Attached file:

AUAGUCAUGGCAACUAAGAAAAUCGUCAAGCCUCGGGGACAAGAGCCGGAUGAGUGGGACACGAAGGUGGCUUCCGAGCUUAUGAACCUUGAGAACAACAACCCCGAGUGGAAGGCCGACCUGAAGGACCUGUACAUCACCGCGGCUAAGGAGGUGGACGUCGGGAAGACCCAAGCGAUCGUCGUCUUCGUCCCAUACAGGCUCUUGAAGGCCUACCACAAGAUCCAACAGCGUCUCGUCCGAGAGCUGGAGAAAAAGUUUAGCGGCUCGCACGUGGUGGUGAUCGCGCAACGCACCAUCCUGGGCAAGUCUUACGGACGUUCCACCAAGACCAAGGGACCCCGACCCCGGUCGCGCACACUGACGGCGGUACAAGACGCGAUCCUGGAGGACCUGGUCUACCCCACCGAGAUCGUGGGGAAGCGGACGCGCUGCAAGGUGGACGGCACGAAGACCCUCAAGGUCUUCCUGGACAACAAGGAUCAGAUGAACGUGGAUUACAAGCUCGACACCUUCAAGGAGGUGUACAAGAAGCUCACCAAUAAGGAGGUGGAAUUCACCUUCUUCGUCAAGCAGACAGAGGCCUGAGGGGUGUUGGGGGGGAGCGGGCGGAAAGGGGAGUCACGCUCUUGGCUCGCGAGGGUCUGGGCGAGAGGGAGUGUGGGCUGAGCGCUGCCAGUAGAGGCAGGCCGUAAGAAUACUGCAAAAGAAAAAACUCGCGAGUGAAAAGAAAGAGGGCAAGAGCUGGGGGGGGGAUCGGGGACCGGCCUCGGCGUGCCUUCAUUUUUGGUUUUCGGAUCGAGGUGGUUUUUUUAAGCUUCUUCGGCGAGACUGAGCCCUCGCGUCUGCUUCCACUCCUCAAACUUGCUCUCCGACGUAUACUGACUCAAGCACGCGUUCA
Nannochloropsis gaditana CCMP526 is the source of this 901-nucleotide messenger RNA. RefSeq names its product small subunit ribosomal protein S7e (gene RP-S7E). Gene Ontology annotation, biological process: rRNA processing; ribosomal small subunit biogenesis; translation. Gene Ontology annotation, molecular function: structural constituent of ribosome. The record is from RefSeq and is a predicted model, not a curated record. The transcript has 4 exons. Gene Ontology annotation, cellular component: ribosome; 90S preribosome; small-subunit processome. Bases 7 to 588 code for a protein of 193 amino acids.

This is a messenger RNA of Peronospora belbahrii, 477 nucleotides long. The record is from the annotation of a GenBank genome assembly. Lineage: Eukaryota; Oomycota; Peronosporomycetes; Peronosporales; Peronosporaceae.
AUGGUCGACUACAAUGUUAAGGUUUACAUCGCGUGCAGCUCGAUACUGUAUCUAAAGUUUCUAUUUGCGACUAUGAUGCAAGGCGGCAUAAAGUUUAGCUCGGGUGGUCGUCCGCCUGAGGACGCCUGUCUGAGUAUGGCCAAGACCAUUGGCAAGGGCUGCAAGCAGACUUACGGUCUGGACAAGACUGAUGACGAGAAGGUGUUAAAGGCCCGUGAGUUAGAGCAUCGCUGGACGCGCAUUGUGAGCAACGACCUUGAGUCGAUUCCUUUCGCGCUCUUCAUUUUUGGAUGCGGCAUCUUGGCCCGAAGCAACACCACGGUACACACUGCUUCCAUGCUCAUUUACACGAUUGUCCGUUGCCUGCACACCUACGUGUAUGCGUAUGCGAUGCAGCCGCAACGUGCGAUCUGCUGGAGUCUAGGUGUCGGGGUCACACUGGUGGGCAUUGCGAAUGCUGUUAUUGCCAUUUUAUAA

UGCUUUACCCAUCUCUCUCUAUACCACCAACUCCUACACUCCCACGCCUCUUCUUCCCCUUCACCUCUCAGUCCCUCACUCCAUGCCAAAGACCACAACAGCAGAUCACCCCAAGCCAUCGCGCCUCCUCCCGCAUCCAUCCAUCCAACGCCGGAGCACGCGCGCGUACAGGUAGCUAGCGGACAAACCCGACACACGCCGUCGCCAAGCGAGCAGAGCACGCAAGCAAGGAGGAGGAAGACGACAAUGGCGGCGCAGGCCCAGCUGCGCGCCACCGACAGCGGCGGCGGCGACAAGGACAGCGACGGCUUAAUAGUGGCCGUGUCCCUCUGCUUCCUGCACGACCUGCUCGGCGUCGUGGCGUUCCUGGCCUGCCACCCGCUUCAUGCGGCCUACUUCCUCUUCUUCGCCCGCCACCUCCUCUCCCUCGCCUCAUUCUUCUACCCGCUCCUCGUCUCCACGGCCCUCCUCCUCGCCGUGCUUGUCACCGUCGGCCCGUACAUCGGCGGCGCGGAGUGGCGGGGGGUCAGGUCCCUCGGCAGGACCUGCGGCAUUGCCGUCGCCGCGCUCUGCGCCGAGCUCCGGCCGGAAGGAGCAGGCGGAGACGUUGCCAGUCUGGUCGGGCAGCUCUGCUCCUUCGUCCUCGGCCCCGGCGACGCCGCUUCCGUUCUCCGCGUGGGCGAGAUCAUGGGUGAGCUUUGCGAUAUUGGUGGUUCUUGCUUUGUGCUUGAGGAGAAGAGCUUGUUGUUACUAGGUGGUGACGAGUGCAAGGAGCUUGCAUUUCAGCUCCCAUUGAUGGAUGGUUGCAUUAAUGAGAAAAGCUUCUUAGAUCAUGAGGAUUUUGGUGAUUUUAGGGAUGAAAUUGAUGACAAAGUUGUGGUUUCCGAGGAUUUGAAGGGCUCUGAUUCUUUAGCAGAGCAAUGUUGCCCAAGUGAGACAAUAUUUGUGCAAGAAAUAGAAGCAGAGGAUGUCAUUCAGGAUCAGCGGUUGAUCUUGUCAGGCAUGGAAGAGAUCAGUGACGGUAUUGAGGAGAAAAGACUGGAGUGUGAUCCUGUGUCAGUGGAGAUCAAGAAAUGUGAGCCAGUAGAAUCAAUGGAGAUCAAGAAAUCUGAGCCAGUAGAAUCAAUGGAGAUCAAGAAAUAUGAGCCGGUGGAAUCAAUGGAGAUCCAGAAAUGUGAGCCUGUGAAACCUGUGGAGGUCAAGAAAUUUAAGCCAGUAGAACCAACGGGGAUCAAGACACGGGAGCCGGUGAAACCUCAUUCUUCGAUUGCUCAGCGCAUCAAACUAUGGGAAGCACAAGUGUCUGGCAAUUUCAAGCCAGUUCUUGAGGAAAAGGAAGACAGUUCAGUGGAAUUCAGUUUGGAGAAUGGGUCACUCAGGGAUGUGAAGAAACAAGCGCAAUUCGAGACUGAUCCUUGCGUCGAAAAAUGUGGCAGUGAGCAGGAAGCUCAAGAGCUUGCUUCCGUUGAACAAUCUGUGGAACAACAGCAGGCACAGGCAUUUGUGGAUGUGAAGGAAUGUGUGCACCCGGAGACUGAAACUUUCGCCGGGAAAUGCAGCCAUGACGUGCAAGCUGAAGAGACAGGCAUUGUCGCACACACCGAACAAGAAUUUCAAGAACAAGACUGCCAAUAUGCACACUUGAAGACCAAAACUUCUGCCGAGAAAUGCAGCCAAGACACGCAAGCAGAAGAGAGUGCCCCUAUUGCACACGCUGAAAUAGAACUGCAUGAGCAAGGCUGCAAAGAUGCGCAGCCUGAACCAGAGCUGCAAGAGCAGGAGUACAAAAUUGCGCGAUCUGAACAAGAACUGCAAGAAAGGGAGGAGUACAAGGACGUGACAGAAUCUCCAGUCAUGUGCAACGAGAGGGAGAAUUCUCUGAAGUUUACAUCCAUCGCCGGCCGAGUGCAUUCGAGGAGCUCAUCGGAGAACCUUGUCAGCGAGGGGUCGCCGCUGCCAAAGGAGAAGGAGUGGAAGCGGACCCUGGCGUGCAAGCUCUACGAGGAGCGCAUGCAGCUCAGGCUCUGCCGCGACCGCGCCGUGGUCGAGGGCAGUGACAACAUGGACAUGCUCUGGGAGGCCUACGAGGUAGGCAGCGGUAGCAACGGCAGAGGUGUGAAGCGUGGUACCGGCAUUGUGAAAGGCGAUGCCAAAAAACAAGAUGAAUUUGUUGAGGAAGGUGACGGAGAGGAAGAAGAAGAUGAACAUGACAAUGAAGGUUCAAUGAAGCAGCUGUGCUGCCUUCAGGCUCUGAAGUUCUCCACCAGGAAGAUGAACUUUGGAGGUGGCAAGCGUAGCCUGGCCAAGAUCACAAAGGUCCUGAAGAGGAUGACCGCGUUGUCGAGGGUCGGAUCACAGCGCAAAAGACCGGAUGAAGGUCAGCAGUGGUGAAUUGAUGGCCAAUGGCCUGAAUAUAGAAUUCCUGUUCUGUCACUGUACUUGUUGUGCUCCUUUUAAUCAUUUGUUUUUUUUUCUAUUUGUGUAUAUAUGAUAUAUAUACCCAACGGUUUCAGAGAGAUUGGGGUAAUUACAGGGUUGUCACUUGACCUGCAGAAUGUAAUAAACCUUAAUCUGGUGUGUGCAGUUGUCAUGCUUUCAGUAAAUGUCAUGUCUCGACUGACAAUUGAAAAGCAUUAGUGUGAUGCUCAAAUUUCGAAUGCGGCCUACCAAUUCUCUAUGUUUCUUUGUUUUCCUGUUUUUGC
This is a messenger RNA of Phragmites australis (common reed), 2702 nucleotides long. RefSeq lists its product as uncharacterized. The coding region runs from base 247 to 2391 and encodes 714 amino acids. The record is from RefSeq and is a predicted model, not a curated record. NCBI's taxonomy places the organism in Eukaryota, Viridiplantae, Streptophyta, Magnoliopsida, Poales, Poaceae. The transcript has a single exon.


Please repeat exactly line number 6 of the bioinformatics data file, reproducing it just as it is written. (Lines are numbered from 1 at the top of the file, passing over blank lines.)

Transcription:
This is a messenger RNA of Phragmites australis (common reed), 2702 nucleotides long. RefSeq lists its product as uncharacterized. The coding region runs from base 247 to 2391 and encodes 714 amino acids. The record is from RefSeq and is a predicted model, not a curated record. NCBI's taxonomy places the organism in Eukaryota, Viridiplantae, Streptophyta, Magnoliopsida, Poales, Poaceae. The transcript has a single exon.